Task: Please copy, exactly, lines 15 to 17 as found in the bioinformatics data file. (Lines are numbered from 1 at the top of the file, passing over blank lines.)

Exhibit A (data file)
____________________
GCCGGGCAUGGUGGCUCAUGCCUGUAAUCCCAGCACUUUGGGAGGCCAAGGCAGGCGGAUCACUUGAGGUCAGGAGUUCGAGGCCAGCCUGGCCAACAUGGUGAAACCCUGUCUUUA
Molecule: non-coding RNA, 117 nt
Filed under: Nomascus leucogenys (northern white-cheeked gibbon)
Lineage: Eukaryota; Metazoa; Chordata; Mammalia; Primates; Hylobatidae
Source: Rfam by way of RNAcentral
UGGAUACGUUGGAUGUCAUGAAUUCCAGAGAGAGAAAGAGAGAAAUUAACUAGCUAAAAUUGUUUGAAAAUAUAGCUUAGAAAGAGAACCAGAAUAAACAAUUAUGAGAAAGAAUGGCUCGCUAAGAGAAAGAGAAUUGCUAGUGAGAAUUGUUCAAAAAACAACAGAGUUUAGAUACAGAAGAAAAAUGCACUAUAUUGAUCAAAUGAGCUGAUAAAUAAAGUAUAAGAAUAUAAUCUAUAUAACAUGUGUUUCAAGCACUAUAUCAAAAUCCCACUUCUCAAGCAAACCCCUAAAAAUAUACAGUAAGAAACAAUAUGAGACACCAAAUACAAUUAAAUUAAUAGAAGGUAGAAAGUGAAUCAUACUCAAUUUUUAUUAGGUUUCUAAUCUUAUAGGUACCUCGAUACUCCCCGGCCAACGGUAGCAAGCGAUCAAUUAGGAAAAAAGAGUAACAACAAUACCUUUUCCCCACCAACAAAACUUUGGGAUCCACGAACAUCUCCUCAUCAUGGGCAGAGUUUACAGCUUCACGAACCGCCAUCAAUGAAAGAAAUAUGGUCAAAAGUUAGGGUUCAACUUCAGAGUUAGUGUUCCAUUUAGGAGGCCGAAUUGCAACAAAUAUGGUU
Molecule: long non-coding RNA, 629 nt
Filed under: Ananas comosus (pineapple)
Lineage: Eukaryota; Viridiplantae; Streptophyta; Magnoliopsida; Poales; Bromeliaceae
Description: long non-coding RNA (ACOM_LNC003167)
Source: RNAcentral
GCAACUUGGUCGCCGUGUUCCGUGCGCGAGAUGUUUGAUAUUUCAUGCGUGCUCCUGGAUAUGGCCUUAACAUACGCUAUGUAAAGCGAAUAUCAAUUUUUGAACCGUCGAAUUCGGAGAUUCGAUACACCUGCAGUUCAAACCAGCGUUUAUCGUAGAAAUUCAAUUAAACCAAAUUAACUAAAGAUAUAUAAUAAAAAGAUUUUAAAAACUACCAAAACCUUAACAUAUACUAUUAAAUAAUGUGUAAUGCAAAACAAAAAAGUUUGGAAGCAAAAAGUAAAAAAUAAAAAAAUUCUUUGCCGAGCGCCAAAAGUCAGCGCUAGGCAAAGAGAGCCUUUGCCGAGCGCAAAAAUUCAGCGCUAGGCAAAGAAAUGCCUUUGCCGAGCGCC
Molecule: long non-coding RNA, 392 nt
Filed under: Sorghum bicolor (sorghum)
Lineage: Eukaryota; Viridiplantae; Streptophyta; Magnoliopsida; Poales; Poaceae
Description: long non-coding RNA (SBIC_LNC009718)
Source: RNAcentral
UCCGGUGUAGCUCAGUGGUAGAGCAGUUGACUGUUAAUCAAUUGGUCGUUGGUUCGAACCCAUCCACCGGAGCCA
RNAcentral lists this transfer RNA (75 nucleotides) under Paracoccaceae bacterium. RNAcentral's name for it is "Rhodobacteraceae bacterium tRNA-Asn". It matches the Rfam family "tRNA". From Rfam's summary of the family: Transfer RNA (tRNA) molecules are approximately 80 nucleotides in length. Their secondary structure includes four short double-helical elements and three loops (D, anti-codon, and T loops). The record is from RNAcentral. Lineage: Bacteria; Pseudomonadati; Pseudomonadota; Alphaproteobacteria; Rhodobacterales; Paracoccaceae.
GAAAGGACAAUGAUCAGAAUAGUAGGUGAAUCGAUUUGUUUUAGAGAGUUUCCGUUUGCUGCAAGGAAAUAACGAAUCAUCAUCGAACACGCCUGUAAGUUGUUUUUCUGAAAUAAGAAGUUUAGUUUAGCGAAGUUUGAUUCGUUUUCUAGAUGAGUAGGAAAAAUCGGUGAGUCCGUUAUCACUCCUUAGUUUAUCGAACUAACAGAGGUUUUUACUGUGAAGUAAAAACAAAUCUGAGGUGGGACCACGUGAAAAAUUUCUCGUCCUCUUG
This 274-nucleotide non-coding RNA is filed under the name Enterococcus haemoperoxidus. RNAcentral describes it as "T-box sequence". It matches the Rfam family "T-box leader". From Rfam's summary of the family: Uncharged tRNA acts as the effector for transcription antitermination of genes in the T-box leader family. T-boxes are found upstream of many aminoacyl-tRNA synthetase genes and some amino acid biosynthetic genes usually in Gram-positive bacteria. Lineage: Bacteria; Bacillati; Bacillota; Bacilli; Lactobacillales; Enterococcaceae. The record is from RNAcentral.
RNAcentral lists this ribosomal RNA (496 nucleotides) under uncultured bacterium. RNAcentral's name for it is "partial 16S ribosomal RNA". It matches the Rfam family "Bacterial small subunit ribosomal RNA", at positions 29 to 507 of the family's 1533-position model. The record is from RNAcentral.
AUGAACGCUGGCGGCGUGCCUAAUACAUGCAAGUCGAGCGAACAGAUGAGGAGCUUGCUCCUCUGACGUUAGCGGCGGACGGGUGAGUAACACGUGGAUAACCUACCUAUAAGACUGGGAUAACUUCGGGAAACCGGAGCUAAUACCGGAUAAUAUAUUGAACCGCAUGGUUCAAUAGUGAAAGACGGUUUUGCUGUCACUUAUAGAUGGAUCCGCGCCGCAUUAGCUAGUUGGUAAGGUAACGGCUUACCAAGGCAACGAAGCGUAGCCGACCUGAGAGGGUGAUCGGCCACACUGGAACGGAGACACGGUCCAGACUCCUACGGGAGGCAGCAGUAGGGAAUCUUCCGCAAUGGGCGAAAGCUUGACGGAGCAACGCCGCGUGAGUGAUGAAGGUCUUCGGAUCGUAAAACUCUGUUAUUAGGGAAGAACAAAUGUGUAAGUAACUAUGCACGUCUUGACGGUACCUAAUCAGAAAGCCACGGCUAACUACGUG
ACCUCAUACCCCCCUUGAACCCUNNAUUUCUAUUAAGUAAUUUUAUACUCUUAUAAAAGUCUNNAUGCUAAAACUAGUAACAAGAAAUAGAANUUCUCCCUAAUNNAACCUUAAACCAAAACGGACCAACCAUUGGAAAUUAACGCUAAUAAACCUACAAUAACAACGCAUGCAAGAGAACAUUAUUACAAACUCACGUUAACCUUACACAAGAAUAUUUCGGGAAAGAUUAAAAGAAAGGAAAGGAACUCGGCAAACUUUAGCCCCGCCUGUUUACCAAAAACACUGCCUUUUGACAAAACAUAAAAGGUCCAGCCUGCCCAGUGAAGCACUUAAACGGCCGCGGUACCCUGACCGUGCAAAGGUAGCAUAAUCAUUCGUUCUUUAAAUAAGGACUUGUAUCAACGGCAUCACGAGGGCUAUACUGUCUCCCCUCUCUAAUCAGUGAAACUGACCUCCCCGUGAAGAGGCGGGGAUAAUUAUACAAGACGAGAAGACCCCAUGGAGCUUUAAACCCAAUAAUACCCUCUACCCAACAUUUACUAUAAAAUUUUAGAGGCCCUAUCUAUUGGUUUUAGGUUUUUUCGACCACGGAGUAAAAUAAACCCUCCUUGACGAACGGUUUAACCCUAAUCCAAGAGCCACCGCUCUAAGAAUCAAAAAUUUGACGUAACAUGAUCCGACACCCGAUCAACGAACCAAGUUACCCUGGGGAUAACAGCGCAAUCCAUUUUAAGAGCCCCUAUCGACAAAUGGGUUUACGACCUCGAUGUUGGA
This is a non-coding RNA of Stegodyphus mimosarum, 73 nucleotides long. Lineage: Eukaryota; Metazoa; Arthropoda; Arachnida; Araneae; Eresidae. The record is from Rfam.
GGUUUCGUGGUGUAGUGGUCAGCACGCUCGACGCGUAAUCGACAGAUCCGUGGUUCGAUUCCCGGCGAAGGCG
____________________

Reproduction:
Lineage: Eukaryota; Viridiplantae; Streptophyta; Magnoliopsida; Poales; Poaceae
Description: long non-coding RNA (SBIC_LNC009718)
Source: RNAcentral